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Data Protection

Let’s Encrypt Issues Over 1 Billion Certificates

Free and open certificate authority Let’s Encrypt on Thursday issued its billionth certificate, four and a half years after issuing the first certificate.

Free and open certificate authority Let’s Encrypt on Thursday issued its billionth certificate, four and a half years after issuing the first certificate.

Launched by the Internet Security Research Group (ISRG) to drive HTTPS adoption, Let’s Encrypt is a free, automated, and open certificate authority (CA) backed by the Linux Foundation. It provides free digital certificates and also handles the certificate management process for site owners.

The CA launched publicly in December 2015 and issued one million certificates by March 2016. By June 2017, it had issued over 100 million certificates. Retrospectively, the CA says, the Internet is much more encrypted now than it was at that time.

Specifically, around 58% of pages were being loaded over HTTPS in June 2017 globally (64% in the United States), compared to 81% of page loads being served over an encrypted connection now (91% in the U.S.).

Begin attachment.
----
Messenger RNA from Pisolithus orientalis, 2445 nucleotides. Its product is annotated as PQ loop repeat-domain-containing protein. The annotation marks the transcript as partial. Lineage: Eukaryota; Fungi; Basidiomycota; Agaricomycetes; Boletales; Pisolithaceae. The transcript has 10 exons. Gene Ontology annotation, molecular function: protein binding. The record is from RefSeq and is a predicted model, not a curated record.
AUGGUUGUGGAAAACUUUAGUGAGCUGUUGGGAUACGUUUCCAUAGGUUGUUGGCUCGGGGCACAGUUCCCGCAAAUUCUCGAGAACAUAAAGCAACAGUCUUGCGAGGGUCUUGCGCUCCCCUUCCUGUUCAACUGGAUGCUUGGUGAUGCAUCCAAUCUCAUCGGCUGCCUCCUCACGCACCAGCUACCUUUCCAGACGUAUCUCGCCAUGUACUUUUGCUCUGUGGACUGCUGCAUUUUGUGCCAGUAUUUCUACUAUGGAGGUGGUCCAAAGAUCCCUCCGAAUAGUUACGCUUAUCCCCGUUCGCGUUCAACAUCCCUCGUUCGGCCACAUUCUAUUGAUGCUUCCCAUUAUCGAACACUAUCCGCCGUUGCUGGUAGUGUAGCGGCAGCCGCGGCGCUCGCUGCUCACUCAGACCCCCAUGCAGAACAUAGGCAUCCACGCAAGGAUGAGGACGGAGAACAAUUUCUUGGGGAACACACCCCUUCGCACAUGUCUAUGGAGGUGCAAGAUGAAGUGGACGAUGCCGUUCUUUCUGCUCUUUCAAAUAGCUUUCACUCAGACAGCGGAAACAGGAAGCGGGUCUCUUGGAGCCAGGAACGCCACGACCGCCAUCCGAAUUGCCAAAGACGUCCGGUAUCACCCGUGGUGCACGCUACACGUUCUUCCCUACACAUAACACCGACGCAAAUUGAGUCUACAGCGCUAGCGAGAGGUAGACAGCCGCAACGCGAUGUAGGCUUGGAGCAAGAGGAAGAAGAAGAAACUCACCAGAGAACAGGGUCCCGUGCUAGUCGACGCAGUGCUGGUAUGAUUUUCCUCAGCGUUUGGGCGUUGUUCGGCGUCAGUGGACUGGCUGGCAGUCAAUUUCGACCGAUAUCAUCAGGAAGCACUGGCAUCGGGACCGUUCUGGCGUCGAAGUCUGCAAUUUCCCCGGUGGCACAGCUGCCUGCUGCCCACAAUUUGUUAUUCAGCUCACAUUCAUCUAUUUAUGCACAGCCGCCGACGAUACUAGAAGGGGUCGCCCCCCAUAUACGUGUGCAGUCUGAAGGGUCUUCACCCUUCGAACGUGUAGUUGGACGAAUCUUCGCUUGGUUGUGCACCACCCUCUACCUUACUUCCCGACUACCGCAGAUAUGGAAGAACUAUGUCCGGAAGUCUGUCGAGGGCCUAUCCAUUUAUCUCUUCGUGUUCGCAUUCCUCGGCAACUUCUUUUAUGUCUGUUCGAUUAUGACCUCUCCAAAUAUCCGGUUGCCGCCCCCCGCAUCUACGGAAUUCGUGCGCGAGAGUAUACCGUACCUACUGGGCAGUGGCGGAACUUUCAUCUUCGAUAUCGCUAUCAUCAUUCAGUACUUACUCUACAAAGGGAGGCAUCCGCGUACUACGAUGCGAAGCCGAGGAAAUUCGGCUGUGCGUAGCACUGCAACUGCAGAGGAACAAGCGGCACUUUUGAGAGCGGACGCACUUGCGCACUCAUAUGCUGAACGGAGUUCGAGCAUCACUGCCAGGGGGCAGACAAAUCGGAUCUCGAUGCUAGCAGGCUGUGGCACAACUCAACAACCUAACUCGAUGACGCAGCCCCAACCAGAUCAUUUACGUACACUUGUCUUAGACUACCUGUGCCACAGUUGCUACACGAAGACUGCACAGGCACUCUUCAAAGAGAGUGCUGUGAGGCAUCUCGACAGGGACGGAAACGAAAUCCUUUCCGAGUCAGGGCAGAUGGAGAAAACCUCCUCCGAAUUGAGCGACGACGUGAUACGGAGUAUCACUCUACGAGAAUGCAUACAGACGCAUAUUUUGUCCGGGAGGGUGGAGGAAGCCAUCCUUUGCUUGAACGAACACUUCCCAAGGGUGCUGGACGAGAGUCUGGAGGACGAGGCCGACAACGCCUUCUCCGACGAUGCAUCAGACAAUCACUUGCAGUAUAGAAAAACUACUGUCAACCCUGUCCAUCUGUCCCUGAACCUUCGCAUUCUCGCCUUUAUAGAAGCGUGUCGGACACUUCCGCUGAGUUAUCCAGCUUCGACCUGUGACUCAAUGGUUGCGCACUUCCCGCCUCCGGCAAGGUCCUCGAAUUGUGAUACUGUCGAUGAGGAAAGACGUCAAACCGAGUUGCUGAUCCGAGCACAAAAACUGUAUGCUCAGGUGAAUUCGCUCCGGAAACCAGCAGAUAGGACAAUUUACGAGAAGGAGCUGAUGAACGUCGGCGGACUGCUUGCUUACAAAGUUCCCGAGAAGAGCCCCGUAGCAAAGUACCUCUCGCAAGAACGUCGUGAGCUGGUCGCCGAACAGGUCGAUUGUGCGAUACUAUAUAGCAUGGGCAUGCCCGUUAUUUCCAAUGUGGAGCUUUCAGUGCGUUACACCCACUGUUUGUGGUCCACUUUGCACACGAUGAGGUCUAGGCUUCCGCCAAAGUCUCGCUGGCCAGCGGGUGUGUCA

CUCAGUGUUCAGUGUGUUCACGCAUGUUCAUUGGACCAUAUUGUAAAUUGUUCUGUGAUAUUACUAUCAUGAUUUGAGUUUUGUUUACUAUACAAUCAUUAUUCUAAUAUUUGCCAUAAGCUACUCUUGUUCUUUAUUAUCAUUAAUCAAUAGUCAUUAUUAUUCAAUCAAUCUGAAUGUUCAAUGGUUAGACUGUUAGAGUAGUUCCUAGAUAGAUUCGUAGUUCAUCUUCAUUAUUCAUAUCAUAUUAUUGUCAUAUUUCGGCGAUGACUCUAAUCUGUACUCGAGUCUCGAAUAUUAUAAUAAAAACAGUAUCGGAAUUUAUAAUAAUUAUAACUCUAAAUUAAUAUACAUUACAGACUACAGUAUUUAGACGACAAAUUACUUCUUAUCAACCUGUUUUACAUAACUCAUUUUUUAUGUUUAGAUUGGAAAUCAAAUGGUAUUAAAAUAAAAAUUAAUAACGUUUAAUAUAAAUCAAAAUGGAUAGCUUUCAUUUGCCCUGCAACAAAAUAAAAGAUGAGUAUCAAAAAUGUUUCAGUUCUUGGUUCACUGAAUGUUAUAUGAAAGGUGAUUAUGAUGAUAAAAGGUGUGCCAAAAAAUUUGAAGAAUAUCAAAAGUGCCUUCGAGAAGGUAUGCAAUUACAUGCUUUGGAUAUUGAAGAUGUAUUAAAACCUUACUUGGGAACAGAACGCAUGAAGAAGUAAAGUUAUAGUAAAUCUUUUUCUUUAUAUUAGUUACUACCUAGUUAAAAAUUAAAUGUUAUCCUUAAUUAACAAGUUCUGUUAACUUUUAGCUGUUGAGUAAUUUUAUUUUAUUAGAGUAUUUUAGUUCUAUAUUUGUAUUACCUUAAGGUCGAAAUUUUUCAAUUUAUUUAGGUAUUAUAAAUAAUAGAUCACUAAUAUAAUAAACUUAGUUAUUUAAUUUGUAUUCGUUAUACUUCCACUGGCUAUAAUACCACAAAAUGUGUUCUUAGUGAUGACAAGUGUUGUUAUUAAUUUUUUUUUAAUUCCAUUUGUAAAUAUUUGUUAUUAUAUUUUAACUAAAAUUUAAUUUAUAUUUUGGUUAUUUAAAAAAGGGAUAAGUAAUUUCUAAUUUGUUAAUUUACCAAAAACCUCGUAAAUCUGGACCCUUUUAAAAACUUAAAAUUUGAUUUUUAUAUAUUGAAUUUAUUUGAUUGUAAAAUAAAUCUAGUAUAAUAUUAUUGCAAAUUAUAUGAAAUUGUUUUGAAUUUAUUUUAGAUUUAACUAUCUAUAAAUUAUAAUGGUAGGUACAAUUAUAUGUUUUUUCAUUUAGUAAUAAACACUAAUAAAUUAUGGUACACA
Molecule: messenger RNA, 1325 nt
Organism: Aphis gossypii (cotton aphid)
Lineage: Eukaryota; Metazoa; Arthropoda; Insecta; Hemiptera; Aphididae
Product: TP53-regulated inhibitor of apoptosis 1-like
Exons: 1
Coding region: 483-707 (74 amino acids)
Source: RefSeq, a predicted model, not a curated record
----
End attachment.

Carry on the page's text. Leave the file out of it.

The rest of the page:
“Nothing drives adoption like ease of use, and the foundation for ease of use in the certificate space is our ACME protocol. ACME allows for extensive automation, which means computers can do most of the work. It was also standardized as RFC 8555 in 2019, which allows the Web community to confidently build an even richer ecosystem of software around it,” Josh Aas, ISRG executive director, notes.

Now, ACME clients exist for nearly all deployment environments, Aas says.

For the past three years, Aas notes, browsers started requiring HTTPS for more features, and have also been warning their users about the risks associated with not using HTTPS. With stronger warnings being displayed on sites using HTTP, more website owners have decided to adopt HTTPS.

Let’s Encrypt now serves 192 million websites, but the CA remains a small organization, with only 13 full time staff and an annual budget of approximately $3.35 million. Back in 2017, it served 46 million websites, with 11 full time staff and an annual budget of $2.61 million.

“As a community we’ve done incredible things to protect people on the Web. Having issued one billion certificates is affirmation of all the progress we’ve made as a community, and we’re excited to keep working with you to create an even more secure and privacy-respecting Web for everyone,” Aas notes.

Related: Let’s Encrypt Begins Retirement of TLS-SNI-01 Validation

Related: Let’s Encrypt Now Trusted by All Major Root Programs

Written By

Ionut Arghire is an international correspondent for SecurityWeek.

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